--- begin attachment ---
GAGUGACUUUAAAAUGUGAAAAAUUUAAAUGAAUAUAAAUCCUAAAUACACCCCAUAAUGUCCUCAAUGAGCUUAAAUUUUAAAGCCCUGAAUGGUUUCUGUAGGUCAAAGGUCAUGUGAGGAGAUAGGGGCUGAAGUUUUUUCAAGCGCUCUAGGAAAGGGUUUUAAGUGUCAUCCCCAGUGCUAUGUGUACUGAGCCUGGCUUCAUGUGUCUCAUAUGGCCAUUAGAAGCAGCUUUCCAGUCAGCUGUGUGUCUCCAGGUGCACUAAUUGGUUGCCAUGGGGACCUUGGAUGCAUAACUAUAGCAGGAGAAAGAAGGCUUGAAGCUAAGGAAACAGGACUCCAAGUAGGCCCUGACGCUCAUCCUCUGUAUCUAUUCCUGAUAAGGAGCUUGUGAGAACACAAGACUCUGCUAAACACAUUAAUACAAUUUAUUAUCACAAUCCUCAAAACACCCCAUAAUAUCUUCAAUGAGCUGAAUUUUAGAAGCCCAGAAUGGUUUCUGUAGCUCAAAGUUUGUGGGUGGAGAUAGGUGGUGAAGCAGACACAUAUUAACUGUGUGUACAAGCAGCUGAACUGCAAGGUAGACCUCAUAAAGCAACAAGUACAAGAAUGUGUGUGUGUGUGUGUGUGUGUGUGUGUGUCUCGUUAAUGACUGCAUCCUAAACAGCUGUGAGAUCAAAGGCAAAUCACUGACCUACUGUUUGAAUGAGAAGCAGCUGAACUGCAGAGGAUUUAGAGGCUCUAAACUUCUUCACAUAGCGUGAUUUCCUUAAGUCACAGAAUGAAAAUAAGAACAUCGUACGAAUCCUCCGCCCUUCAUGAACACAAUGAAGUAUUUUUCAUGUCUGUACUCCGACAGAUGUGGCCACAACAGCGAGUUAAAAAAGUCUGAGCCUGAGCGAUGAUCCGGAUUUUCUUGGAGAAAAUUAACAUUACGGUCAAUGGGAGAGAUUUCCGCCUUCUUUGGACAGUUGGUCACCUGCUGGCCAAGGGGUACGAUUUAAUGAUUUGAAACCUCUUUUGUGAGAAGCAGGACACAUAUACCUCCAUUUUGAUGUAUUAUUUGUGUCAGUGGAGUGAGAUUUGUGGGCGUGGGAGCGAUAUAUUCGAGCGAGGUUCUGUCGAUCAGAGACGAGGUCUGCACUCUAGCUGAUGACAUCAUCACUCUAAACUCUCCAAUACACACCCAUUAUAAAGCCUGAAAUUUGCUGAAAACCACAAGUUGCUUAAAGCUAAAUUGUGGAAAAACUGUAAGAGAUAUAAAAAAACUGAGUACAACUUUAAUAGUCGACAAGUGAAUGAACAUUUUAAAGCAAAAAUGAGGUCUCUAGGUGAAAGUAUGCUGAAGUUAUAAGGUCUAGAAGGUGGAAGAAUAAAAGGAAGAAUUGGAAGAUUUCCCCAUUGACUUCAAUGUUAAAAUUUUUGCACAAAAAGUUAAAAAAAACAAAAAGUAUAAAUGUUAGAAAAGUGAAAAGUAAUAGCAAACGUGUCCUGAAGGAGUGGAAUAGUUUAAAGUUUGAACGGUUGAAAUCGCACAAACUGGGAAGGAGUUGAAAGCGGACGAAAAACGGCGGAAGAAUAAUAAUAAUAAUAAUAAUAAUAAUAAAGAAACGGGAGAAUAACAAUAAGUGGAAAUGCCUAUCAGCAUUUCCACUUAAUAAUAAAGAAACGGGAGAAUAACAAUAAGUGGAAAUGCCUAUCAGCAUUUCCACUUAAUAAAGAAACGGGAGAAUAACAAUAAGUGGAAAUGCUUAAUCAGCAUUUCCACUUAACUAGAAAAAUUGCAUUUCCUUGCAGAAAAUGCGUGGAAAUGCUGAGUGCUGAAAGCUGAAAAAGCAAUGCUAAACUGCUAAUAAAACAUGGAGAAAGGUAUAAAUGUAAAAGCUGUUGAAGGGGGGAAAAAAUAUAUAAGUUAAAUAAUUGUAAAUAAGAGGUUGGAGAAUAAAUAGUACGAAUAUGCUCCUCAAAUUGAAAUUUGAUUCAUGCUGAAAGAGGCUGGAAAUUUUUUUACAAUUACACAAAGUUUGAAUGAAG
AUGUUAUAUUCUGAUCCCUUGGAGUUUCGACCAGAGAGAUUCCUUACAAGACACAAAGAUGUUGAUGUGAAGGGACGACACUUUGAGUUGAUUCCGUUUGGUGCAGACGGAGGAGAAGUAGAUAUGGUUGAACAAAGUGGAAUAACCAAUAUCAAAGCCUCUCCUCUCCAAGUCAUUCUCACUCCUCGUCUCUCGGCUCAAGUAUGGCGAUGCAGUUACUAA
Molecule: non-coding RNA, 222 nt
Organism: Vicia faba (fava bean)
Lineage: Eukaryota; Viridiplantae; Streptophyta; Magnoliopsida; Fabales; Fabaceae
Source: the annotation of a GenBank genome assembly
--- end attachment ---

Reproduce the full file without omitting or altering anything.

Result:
GAGUGACUUUAAAAUGUGAAAAAUUUAAAUGAAUAUAAAUCCUAAAUACACCCCAUAAUGUCCUCAAUGAGCUUAAAUUUUAAAGCCCUGAAUGGUUUCUGUAGGUCAAAGGUCAUGUGAGGAGAUAGGGGCUGAAGUUUUUUCAAGCGCUCUAGGAAAGGGUUUUAAGUGUCAUCCCCAGUGCUAUGUGUACUGAGCCUGGCUUCAUGUGUCUCAUAUGGCCAUUAGAAGCAGCUUUCCAGUCAGCUGUGUGUCUCCAGGUGCACUAAUUGGUUGCCAUGGGGACCUUGGAUGCAUAACUAUAGCAGGAGAAAGAAGGCUUGAAGCUAAGGAAACAGGACUCCAAGUAGGCCCUGACGCUCAUCCUCUGUAUCUAUUCCUGAUAAGGAGCUUGUGAGAACACAAGACUCUGCUAAACACAUUAAUACAAUUUAUUAUCACAAUCCUCAAAACACCCCAUAAUAUCUUCAAUGAGCUGAAUUUUAGAAGCCCAGAAUGGUUUCUGUAGCUCAAAGUUUGUGGGUGGAGAUAGGUGGUGAAGCAGACACAUAUUAACUGUGUGUACAAGCAGCUGAACUGCAAGGUAGACCUCAUAAAGCAACAAGUACAAGAAUGUGUGUGUGUGUGUGUGUGUGUGUGUGUGUCUCGUUAAUGACUGCAUCCUAAACAGCUGUGAGAUCAAAGGCAAAUCACUGACCUACUGUUUGAAUGAGAAGCAGCUGAACUGCAGAGGAUUUAGAGGCUCUAAACUUCUUCACAUAGCGUGAUUUCCUUAAGUCACAGAAUGAAAAUAAGAACAUCGUACGAAUCCUCCGCCCUUCAUGAACACAAUGAAGUAUUUUUCAUGUCUGUACUCCGACAGAUGUGGCCACAACAGCGAGUUAAAAAAGUCUGAGCCUGAGCGAUGAUCCGGAUUUUCUUGGAGAAAAUUAACAUUACGGUCAAUGGGAGAGAUUUCCGCCUUCUUUGGACAGUUGGUCACCUGCUGGCCAAGGGGUACGAUUUAAUGAUUUGAAACCUCUUUUGUGAGAAGCAGGACACAUAUACCUCCAUUUUGAUGUAUUAUUUGUGUCAGUGGAGUGAGAUUUGUGGGCGUGGGAGCGAUAUAUUCGAGCGAGGUUCUGUCGAUCAGAGACGAGGUCUGCACUCUAGCUGAUGACAUCAUCACUCUAAACUCUCCAAUACACACCCAUUAUAAAGCCUGAAAUUUGCUGAAAACCACAAGUUGCUUAAAGCUAAAUUGUGGAAAAACUGUAAGAGAUAUAAAAAAACUGAGUACAACUUUAAUAGUCGACAAGUGAAUGAACAUUUUAAAGCAAAAAUGAGGUCUCUAGGUGAAAGUAUGCUGAAGUUAUAAGGUCUAGAAGGUGGAAGAAUAAAAGGAAGAAUUGGAAGAUUUCCCCAUUGACUUCAAUGUUAAAAUUUUUGCACAAAAAGUUAAAAAAAACAAAAAGUAUAAAUGUUAGAAAAGUGAAAAGUAAUAGCAAACGUGUCCUGAAGGAGUGGAAUAGUUUAAAGUUUGAACGGUUGAAAUCGCACAAACUGGGAAGGAGUUGAAAGCGGACGAAAAACGGCGGAAGAAUAAUAAUAAUAAUAAUAAUAAUAAUAAAGAAACGGGAGAAUAACAAUAAGUGGAAAUGCCUAUCAGCAUUUCCACUUAAUAAUAAAGAAACGGGAGAAUAACAAUAAGUGGAAAUGCCUAUCAGCAUUUCCACUUAAUAAAGAAACGGGAGAAUAACAAUAAGUGGAAAUGCUUAAUCAGCAUUUCCACUUAACUAGAAAAAUUGCAUUUCCUUGCAGAAAAUGCGUGGAAAUGCUGAGUGCUGAAAGCUGAAAAAGCAAUGCUAAACUGCUAAUAAAACAUGGAGAAAGGUAUAAAUGUAAAAGCUGUUGAAGGGGGGAAAAAAUAUAUAAGUUAAAUAAUUGUAAAUAAGAGGUUGGAGAAUAAAUAGUACGAAUAUGCUCCUCAAAUUGAAAUUUGAUUCAUGCUGAAAGAGGCUGGAAAUUUUUUUACAAUUACACAAAGUUUGAAUGAAG
AUGUUAUAUUCUGAUCCCUUGGAGUUUCGACCAGAGAGAUUCCUUACAAGACACAAAGAUGUUGAUGUGAAGGGACGACACUUUGAGUUGAUUCCGUUUGGUGCAGACGGAGGAGAAGUAGAUAUGGUUGAACAAAGUGGAAUAACCAAUAUCAAAGCCUCUCCUCUCCAAGUCAUUCUCACUCCUCGUCUCUCGGCUCAAGUAUGGCGAUGCAGUUACUAA
Molecule: non-coding RNA, 222 nt
Organism: Vicia faba (fava bean)
Lineage: Eukaryota; Viridiplantae; Streptophyta; Magnoliopsida; Fabales; Fabaceae
Source: the annotation of a GenBank genome assembly